One Rule For Boris Johnson and Rishi Sunak Another For The Rest

Tuesday 12 April, 2022 Written by  Mental Health & Money Advice
One Rule For Boris Johnson and Rishi Sunak Another For The Rest

SANCTIONS - Work & Pensions Secretary Therese Coffey has said it is important for the country that the PM and chancellor "get on with the job the country elected them to do". In other works he should stay in the job despite misleading parliament. 

Meanwhile a completly different set of standards are applied to those claiming stae benefits. 

A Universal Credit sanction is a reduction of your benefit payment for a set-time for failing to meet the conditions of your Claimant Commitment. We explain how much this is, the type of sanction that can be given to you, and how to avoid another one.

When you claim Universal Credit, you will need to accept your Claimant Commitment - the responsibilities you have accepted in return for the benefit.

If you fail to meet the conditions of your Claimant Commitment, without good reason, your Universal Credit payments may be reduced– this is called a Universal Credit sanction.

How much is a Universal Credit sanction?

How much your Universal Sanction will be is determined by several factors explained in the table below:

Note:

These figures came into effect from 6th October 2021. If your assessment period ended before that date, the sanctions before 6th October 2021 are higher as the UC standard allowances were higher by £86.67 a month. 

Your situation

Universal Credit sanction amount

- High Rate

Universal Credit Sanction amount

- Low rate

Single and over 25

£11.00 per day

(£13.50 before 6th October 2021)

£4.40 per day

(£5.40 before 6th October 2021)

Single and under 25

£8.70 per day

(£11.30 before 6th October 2021)

£3.40 per day

(£4.50 before 6th October 2021)

If you are a couple and one or both of you are over 25 (If only one of you has been sanctioned)

£8.60 per day

(£9.80 before 6th October 2021)

£3.40 per day

(£3.90 before 6th October 2021)

If you are a couple and both of you are under 25 (If only one of you has been sanctioned)

£6.80 per day

(£8.00 before 6th October 2021)

£2.70 per day 

(£3.20 before 6th October 2021) 

If you are a single claimant, your sanction should not be more than your standard Universal Credit allowance.

Whether you are a single or joint claimant, you will continue to get additional Universal Credit elements if you are sanctioned.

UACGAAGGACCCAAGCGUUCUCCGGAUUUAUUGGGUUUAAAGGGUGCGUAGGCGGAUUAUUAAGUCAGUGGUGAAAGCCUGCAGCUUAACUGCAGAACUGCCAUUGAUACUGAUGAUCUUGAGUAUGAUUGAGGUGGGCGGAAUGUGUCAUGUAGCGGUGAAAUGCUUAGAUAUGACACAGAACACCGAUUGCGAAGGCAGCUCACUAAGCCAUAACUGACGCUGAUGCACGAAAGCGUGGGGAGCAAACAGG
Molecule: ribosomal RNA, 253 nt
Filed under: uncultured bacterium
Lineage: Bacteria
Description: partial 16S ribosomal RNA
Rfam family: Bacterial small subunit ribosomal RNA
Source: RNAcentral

Exceptions

If you receive a Universal Credit Sanction, you may have less money taken off you if:

You are 16 or 17 years old (40% of the Standard Allowance)

You are only expected to take part in work-focused interviews – this mainly applies if you care for young children or have a disability or severe mental health condition.

You are someone who has no work-related requirements because you:

Are the primary carer for a child under one.

Are pregnant, and your baby is due in less than 11 weeks.

Gave birth less than 15 weeks ago.

Have adopted a child within the last 12 months.

If you believe the above applies to you and you are having the full sanction applied to you, you should seek independent advice from a welfare benefits advisor.

How long do Universal Credit sanctions last?

There are four levels of sanction for Universal Credit, and the period of reduction will increase if you fail to meet requirements multiple times in each level.

Higher level sanction

The higher level of Universal Credit sanction comes with the following penalties:

Number of higher level sanctions

Duration

First time

91 days (13 weeks)

Second time and each subsequent time

182 days (26 weeks)

You can receive a higher level sanction for failing the following conditions in your Claimant Commitment:

You have to meet the 'work search requirement' but failed to apply for a specific job.

You have to meet the 'work availability requirement', but you refused a job offer.

You have left a job or reduced your working hours (this can be voluntarily or through misconduct at work) while claiming Universal Credit or before your claim.

If you are 16 or 17 years old, a high-level sanction will usually last 14 days, or 28 days if you have already received a high-level sanction in the past year.

Medium level sanction